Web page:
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review 2015-04-09 18:11
Patty Reed's Doll: The Story of the Donner Party
Patty Reed's Doll: The Story of the Donner Party - Rachel K. Laurgaard,Elizabeth Michaels

I was skeptical.  How could this book be accurate, but also engaging and appropriate for kids?  Well, she totally pulls it off 100% with the clever storytelling device of having everything told from the point of view of a doll which belonged to a real-life survivor of the ill-fated expedition.  Being a doll and constant companion to a child, she experiences and relays the journey as a child would - knowing when things are going badly (even catastrophically), but not of the truly grim and desperate moments that take place out of her view.  Of course, being a book about a treacherous journey, it isn't without death and sadness, but it's handled in an age appropriate manner.  Definitely recommended to anyone wanting to explore this episode in history with a child.

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review 2015-03-31 19:38
By the Great Horn Spoon
By the Great Horn Spoon! - Inc. Sid Fleischman,Eric Von Schmidt

A very fun historical fiction read -perhaps the most fun one that we've read all year.  This tells the story of young Jack and his faithful and unflappable butler, Praiseworthy, as they set off in hopes of striking it rich in the 1849 California gold rush.  A large portion of the story is taken up with the sea voyage from Boston to San Francisco and rightly so as they have to travel all the way around the tip of South America.  Once in California, the duo has no shortage of scrapes and adventures.  All in all, a great blend of fun and history!

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text 2014-11-08 18:19
October Roundup
A Trick of the Light - Louise Penny
Empire of Liberty: A History of the Early Republic, 1789-1815 - Gordon S. Wood
America 1844: Religious Fervor, Westward Expansion, and the Presidential Election That Transformed the Nation - John Bicknell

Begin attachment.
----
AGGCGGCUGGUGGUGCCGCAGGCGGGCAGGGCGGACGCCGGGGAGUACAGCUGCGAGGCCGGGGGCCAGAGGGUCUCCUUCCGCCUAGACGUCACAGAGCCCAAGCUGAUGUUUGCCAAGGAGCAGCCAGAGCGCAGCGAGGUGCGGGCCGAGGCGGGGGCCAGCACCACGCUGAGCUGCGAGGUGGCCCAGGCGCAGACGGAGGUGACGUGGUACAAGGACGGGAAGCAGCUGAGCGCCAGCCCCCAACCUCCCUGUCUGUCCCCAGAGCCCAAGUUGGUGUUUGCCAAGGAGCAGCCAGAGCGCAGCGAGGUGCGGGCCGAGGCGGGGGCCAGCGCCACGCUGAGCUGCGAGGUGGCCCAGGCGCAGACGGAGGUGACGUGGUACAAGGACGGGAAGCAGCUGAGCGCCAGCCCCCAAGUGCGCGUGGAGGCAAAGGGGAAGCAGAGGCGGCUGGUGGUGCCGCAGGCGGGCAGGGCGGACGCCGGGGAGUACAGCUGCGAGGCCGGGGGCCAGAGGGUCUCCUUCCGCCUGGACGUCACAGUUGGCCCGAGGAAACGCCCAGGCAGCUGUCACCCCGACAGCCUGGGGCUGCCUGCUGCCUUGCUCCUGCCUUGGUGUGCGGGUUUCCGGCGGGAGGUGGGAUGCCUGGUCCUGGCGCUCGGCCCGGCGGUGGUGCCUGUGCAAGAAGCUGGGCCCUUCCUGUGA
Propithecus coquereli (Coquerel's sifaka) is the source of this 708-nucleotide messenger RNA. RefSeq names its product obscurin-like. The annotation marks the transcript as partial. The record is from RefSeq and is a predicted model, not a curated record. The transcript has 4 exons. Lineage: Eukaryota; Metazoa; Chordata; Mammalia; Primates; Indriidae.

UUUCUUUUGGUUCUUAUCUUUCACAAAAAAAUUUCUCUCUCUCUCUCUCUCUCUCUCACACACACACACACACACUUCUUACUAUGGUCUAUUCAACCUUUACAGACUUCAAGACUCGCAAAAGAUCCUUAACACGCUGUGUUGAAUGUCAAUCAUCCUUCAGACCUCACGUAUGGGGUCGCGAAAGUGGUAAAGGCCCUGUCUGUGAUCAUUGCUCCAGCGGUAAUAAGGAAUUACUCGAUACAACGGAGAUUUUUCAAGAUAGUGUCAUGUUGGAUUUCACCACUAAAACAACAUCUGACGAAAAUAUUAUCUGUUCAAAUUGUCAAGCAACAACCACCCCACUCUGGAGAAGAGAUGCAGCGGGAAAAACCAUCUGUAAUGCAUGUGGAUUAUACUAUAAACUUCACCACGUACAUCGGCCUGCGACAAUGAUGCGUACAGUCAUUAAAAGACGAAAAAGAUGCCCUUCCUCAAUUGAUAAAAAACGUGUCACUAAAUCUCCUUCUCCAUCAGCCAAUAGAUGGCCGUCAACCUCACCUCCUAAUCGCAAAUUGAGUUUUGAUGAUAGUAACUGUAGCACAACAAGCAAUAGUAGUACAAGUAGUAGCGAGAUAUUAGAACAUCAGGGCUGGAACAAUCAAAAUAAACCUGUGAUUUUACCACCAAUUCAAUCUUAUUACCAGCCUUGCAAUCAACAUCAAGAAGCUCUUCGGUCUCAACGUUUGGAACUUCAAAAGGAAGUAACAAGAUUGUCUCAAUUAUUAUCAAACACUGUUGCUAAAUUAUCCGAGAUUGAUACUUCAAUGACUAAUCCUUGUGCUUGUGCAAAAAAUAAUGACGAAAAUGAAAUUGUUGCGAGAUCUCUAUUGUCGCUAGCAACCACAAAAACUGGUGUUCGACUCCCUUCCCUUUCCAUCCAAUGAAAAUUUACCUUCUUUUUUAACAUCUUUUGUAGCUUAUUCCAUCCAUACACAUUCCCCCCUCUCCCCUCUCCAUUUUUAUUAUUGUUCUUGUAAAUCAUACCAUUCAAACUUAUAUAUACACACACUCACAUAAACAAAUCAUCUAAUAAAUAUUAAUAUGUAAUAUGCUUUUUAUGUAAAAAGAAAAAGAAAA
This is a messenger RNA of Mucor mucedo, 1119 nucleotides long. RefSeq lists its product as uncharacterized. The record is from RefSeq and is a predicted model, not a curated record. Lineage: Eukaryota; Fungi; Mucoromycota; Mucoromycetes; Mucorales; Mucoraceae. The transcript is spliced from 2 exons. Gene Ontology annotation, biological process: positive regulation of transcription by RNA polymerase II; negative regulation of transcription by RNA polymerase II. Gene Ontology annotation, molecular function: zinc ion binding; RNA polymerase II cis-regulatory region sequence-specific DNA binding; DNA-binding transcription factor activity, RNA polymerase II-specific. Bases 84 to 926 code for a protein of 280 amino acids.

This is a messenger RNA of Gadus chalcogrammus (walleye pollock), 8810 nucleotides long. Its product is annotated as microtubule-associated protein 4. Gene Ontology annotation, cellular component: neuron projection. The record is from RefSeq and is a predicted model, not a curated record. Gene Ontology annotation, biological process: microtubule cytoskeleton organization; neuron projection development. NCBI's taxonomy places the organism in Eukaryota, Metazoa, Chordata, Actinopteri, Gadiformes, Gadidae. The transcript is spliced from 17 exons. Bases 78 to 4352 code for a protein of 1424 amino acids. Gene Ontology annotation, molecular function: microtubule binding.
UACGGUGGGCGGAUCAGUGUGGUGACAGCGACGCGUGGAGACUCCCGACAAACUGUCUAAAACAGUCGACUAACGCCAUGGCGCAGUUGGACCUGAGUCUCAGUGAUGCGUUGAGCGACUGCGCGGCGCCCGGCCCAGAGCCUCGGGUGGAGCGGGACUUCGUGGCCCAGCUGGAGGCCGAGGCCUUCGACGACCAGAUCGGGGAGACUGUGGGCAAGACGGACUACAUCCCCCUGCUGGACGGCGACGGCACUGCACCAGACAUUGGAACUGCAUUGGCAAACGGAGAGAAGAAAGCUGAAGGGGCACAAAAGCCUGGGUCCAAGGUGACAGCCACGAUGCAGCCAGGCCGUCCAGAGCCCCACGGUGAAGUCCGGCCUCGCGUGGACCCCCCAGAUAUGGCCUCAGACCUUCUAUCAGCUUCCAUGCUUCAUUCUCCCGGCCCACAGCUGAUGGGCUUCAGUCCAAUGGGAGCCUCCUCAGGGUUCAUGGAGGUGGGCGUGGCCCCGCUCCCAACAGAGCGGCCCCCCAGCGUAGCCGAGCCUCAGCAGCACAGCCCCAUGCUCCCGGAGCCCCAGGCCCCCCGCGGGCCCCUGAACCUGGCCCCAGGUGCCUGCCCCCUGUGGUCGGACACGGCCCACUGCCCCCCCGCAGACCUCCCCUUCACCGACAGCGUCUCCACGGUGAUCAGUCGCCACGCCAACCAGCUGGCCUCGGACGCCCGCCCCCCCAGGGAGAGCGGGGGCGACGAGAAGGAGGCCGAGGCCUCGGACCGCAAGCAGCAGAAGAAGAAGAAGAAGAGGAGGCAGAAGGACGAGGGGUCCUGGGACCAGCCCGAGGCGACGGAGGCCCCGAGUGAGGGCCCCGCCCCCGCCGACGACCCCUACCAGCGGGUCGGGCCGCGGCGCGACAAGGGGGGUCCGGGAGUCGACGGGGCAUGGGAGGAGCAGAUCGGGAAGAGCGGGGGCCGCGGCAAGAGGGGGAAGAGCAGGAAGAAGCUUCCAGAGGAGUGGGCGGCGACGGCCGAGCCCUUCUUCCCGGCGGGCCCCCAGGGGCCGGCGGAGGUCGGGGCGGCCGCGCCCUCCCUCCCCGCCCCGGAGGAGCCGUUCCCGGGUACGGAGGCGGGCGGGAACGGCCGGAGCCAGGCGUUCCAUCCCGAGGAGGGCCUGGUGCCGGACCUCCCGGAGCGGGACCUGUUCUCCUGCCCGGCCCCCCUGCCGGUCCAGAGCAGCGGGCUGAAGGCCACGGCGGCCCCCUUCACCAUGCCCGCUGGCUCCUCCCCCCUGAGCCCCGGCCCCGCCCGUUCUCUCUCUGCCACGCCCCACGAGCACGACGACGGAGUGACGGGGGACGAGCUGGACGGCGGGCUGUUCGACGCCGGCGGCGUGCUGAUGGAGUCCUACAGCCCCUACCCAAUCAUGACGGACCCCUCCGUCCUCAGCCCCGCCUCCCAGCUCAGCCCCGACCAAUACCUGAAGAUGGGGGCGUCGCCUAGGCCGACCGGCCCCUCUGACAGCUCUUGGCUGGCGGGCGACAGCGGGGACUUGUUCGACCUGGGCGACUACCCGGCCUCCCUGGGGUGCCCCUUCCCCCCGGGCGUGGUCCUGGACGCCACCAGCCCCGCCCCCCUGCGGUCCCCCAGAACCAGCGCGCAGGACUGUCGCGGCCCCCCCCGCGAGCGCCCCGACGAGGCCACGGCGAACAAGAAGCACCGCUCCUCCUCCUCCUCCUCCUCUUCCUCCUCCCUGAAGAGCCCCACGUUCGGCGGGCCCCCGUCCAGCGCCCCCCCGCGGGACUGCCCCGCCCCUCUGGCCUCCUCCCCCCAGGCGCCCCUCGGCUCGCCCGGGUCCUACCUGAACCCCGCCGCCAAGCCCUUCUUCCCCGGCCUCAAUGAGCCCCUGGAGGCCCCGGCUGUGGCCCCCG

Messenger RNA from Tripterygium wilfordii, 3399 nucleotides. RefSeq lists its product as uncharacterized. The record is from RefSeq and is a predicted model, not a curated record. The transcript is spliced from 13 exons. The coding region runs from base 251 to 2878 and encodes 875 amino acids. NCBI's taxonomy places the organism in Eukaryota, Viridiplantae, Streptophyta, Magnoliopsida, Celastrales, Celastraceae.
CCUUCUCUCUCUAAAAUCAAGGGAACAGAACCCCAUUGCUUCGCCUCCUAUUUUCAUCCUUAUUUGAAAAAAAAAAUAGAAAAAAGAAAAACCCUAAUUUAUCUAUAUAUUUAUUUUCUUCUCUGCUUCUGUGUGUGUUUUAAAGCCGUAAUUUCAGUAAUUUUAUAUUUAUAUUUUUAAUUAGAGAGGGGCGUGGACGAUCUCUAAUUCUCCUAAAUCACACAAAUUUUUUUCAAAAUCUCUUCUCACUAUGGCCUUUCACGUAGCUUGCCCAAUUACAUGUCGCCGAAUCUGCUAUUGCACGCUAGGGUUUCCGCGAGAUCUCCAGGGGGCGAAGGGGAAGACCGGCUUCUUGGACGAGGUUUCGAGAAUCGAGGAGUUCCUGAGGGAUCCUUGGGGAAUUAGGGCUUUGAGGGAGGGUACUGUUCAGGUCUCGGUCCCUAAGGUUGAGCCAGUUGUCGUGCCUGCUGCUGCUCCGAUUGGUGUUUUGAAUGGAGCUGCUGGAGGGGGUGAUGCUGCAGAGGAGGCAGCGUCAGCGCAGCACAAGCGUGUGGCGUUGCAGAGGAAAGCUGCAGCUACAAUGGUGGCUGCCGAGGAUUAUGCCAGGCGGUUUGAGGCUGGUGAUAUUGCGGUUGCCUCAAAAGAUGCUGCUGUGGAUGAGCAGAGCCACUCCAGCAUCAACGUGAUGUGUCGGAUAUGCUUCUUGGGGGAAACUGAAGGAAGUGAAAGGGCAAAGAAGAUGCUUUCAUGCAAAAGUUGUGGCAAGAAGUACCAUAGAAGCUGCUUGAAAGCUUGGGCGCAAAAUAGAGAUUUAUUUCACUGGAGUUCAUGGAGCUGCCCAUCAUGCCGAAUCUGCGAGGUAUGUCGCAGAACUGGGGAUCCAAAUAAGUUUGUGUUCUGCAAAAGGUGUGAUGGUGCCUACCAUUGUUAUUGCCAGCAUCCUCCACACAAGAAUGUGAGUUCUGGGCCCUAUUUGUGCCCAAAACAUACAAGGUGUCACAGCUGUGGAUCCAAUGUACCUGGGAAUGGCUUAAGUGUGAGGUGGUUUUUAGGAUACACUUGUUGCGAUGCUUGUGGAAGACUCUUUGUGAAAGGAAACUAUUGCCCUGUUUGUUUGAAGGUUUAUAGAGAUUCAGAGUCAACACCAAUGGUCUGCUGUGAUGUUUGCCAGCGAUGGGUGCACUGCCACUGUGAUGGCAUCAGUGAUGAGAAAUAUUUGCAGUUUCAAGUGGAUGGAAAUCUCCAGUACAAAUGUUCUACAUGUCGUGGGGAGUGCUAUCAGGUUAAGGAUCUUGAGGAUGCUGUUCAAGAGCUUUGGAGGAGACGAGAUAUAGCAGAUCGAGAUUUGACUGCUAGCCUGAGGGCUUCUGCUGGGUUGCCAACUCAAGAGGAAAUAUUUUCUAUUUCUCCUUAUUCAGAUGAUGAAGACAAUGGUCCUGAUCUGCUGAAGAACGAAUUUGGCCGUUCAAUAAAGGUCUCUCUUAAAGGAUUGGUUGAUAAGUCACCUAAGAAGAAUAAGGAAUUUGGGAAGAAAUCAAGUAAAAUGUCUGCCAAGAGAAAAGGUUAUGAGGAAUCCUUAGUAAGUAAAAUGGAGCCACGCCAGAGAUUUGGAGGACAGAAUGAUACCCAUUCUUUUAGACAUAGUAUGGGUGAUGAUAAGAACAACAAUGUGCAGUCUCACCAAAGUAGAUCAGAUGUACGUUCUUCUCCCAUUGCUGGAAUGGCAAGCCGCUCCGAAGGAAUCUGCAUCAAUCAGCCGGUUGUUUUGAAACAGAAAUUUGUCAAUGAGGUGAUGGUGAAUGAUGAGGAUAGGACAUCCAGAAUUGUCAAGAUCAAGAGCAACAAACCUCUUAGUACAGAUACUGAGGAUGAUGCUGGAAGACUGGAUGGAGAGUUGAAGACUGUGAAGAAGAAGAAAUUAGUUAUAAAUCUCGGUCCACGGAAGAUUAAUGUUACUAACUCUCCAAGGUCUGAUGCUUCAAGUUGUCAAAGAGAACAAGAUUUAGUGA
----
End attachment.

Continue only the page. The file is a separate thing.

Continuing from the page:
Bet Me - Jennifer Crusie
Long Summer Day - R.F. Delderfield
Over My Dead Body (A Nero Wolfe Mystery) - Rex Stout
Blood and Circuses - Kerry Greenwood
The Green Mill Murder - Kerry Greenwood
The Late Scholar - Jill Paton Walsh

October was a pretty good reading month. 


I got off of my plate a book I've been working on in bits and pieces for a good while now (Empire of Liberty).   (Which reminds me, I need to review it.)


Best read: A Trick of the Light, by Louise Penny.  The Inspector Gamache series is a excellent series on average, and this one of the best in it that I've read so far.


No worst read, as nothing under 3 stars.


New author discovered: Jennifer Crusie.  Bet Me was a hoot, and I'd read another of her books.

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review 2014-10-31 18:29
America 1844, by John Bicknell
America 1844: Religious Fervor, Westward Expansion, and the Presidential Election That Transformed the Nation - John Bicknell

My ARC courtesy of Chicago Review Press/Net Galley - much thanks!


This survey of what America was like, and what Americans were up to, in 1844 (an election year, and an important one) is broadly chronological, smoothly written, and sometimes very amusing.


President Tyler ("His Accidency") is trying to get re-elected, despite being quite aware both parties (Whigs and Democrats) hate him, offering his possible election rivals seats on the Supreme Court.  John Quincy Adams, no longer president, has retired to the U.S. House of Representatives, and is fighting the "gag rule" preventing the discussion of slavery by that body.  Andrew Jackson is also out of the White House but not retired from politics - his opinion will count for much in the election.  The Millerites think the world is coming to an end, and predict the Second Coming of Christ for both spring and fall.  Joseph Smith first runs for president, and is then assassinated.  Americans, professional explorers and otherwise, are heading west to Oregon and California, neither of which are part of the United States.


It's a very good coverage of an important year in U.S. history (1844 would elect James K. Polk, determine war with Mexico in the near future, and the expansion of both the U.S. and of slavery). It would probably be very interesting to read this back-to-back with Bernard DeVoto's excellent 1846: The Year of Decision, which takes a similar format.

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